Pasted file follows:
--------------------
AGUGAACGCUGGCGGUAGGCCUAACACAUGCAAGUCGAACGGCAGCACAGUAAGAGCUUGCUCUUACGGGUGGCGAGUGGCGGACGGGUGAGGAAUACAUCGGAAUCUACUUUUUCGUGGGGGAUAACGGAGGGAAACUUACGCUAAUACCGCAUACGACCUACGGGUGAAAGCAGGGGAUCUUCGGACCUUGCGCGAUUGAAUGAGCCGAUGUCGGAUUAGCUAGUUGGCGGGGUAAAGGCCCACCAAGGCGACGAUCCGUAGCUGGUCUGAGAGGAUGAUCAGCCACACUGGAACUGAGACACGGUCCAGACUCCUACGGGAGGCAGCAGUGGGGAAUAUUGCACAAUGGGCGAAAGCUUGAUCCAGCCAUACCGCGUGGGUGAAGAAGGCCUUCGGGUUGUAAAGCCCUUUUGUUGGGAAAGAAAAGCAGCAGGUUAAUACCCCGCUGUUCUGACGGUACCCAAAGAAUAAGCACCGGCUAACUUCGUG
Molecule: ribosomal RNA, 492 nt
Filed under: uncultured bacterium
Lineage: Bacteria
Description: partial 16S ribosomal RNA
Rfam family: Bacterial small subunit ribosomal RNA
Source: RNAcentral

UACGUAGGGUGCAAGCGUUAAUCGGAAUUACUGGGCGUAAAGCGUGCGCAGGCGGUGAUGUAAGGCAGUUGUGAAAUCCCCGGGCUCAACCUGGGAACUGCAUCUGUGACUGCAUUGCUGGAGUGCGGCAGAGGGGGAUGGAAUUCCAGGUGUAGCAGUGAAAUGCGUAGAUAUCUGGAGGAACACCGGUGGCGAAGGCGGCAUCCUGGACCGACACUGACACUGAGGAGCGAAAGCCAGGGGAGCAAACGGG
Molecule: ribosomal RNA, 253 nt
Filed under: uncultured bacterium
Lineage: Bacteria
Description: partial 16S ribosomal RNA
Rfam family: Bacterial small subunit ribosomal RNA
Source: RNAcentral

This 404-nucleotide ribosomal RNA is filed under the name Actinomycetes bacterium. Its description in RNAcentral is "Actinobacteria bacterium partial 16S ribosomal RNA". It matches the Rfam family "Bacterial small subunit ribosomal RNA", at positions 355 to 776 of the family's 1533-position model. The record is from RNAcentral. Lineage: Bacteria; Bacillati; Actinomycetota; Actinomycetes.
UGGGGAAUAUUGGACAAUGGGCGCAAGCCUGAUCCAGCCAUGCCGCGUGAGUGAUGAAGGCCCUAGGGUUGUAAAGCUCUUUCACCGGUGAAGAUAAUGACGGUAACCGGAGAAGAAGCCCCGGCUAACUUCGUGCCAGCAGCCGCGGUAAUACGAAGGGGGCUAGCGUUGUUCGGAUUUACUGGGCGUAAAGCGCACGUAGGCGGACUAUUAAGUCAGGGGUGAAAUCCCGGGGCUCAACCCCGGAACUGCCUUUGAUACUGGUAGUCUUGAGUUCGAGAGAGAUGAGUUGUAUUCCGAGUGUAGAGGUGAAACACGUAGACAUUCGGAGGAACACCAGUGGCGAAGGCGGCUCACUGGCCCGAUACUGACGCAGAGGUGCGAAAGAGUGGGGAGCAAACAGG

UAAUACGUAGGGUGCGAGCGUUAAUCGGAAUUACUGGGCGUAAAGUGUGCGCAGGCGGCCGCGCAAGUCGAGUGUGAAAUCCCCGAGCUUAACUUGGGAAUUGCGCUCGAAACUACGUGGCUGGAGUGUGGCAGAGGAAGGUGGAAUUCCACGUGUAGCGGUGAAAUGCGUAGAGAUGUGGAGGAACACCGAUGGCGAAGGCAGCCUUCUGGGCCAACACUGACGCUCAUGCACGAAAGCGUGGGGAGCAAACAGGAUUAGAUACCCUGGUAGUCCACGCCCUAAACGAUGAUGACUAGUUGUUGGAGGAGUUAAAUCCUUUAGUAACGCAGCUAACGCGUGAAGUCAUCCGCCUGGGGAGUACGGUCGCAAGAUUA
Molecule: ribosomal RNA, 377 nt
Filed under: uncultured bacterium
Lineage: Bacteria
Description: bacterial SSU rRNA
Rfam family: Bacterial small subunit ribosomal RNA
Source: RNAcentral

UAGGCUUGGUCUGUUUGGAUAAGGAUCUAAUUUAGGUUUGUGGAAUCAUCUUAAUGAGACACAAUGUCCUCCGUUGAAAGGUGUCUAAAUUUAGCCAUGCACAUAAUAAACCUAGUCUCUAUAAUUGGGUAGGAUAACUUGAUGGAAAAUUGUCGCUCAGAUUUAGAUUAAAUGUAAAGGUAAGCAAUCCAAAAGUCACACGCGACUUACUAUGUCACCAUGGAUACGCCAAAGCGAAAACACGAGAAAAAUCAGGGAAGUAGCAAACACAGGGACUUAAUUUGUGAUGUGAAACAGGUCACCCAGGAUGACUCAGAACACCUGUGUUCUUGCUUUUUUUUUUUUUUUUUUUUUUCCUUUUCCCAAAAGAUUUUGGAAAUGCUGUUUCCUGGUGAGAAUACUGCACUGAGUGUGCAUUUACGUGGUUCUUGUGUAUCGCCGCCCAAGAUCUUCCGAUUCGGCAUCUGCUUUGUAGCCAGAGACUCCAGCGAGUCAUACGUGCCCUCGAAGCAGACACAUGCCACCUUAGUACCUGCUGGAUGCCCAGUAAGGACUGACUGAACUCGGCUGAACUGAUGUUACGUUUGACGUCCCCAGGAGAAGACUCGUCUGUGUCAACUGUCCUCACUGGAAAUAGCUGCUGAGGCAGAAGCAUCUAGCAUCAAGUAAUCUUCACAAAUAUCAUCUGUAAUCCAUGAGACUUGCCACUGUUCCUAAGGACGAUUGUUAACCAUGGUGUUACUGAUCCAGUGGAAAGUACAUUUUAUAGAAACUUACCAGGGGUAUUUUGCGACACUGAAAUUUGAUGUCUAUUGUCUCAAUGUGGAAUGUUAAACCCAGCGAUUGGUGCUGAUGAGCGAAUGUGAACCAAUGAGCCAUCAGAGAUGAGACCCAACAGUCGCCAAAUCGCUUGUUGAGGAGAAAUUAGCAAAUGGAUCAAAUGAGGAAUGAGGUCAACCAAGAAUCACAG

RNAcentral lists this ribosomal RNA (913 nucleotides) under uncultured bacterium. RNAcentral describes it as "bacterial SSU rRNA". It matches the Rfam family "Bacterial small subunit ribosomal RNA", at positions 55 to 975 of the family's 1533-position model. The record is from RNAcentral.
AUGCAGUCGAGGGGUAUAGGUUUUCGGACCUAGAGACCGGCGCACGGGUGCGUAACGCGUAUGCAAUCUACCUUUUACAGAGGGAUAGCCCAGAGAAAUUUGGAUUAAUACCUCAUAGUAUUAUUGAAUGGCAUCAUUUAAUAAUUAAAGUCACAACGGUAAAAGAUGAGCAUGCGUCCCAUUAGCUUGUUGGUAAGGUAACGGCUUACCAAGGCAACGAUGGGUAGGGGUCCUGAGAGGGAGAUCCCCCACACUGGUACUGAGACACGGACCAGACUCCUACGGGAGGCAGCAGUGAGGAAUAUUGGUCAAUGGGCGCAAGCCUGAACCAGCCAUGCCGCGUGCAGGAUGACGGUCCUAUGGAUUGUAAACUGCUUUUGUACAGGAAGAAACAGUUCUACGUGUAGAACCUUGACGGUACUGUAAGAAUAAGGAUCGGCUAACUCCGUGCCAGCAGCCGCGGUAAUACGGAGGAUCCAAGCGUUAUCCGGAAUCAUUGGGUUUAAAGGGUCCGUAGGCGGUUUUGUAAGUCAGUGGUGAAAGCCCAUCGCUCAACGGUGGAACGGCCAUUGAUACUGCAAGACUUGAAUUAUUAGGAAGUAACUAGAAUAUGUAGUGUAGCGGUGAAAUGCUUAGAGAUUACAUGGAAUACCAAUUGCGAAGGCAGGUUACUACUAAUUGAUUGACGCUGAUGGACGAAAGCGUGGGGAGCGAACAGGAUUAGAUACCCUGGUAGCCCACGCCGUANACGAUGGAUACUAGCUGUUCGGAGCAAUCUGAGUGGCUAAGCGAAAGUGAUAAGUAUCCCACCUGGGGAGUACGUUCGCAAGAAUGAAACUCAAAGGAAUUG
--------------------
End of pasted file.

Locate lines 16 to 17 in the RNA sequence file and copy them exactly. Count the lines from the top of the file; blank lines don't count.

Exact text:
UGGGGAAUAUUGGACAAUGGGCGCAAGCCUGAUCCAGCCAUGCCGCGUGAGUGAUGAAGGCCCUAGGGUUGUAAAGCUCUUUCACCGGUGAAGAUAAUGACGGUAACCGGAGAAGAAGCCCCGGCUAACUUCGUGCCAGCAGCCGCGGUAAUACGAAGGGGGCUAGCGUUGUUCGGAUUUACUGGGCGUAAAGCGCACGUAGGCGGACUAUUAAGUCAGGGGUGAAAUCCCGGGGCUCAACCCCGGAACUGCCUUUGAUACUGGUAGUCUUGAGUUCGAGAGAGAUGAGUUGUAUUCCGAGUGUAGAGGUGAAACACGUAGACAUUCGGAGGAACACCAGUGGCGAAGGCGGCUCACUGGCCCGAUACUGACGCAGAGGUGCGAAAGAGUGGGGAGCAAACAGG

UAAUACGUAGGGUGCGAGCGUUAAUCGGAAUUACUGGGCGUAAAGUGUGCGCAGGCGGCCGCGCAAGUCGAGUGUGAAAUCCCCGAGCUUAACUUGGGAAUUGCGCUCGAAACUACGUGGCUGGAGUGUGGCAGAGGAAGGUGGAAUUCCACGUGUAGCGGUGAAAUGCGUAGAGAUGUGGAGGAACACCGAUGGCGAAGGCAGCCUUCUGGGCCAACACUGACGCUCAUGCACGAAAGCGUGGGGAGCAAACAGGAUUAGAUACCCUGGUAGUCCACGCCCUAAACGAUGAUGACUAGUUGUUGGAGGAGUUAAAUCCUUUAGUAACGCAGCUAACGCGUGAAGUCAUCCGCCUGGGGAGUACGGUCGCAAGAUUA